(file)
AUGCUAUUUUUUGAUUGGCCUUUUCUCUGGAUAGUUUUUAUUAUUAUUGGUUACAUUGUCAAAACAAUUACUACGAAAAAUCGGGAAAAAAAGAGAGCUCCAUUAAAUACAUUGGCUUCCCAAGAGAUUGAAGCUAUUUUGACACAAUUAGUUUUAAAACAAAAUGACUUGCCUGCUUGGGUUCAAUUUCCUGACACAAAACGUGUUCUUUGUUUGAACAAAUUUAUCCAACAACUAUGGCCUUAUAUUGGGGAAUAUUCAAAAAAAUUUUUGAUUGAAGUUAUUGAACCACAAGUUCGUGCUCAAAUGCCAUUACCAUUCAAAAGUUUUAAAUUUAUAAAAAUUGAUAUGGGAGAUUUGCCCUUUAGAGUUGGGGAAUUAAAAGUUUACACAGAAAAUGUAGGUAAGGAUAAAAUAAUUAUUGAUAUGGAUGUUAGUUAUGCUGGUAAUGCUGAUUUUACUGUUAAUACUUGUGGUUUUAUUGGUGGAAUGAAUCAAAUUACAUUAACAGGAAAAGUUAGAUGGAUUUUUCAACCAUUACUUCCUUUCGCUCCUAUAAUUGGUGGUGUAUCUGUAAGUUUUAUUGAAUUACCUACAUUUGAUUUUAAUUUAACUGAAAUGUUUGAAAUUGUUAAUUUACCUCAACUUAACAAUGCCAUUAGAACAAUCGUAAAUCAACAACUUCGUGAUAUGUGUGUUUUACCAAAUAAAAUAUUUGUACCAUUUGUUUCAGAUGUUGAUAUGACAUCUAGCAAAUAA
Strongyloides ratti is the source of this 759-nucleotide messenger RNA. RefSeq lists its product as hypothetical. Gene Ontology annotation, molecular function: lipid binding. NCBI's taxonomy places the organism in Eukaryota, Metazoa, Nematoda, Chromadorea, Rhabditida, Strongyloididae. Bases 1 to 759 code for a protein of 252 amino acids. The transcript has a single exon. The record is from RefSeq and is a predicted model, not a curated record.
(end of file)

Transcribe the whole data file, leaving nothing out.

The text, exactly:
AUGCUAUUUUUUGAUUGGCCUUUUCUCUGGAUAGUUUUUAUUAUUAUUGGUUACAUUGUCAAAACAAUUACUACGAAAAAUCGGGAAAAAAAGAGAGCUCCAUUAAAUACAUUGGCUUCCCAAGAGAUUGAAGCUAUUUUGACACAAUUAGUUUUAAAACAAAAUGACUUGCCUGCUUGGGUUCAAUUUCCUGACACAAAACGUGUUCUUUGUUUGAACAAAUUUAUCCAACAACUAUGGCCUUAUAUUGGGGAAUAUUCAAAAAAAUUUUUGAUUGAAGUUAUUGAACCACAAGUUCGUGCUCAAAUGCCAUUACCAUUCAAAAGUUUUAAAUUUAUAAAAAUUGAUAUGGGAGAUUUGCCCUUUAGAGUUGGGGAAUUAAAAGUUUACACAGAAAAUGUAGGUAAGGAUAAAAUAAUUAUUGAUAUGGAUGUUAGUUAUGCUGGUAAUGCUGAUUUUACUGUUAAUACUUGUGGUUUUAUUGGUGGAAUGAAUCAAAUUACAUUAACAGGAAAAGUUAGAUGGAUUUUUCAACCAUUACUUCCUUUCGCUCCUAUAAUUGGUGGUGUAUCUGUAAGUUUUAUUGAAUUACCUACAUUUGAUUUUAAUUUAACUGAAAUGUUUGAAAUUGUUAAUUUACCUCAACUUAACAAUGCCAUUAGAACAAUCGUAAAUCAACAACUUCGUGAUAUGUGUGUUUUACCAAAUAAAAUAUUUGUACCAUUUGUUUCAGAUGUUGAUAUGACAUCUAGCAAAUAA
Strongyloides ratti is the source of this 759-nucleotide messenger RNA. RefSeq lists its product as hypothetical. Gene Ontology annotation, molecular function: lipid binding. NCBI's taxonomy places the organism in Eukaryota, Metazoa, Nematoda, Chromadorea, Rhabditida, Strongyloididae. Bases 1 to 759 code for a protein of 252 amino acids. The transcript has a single exon. The record is from RefSeq and is a predicted model, not a curated record.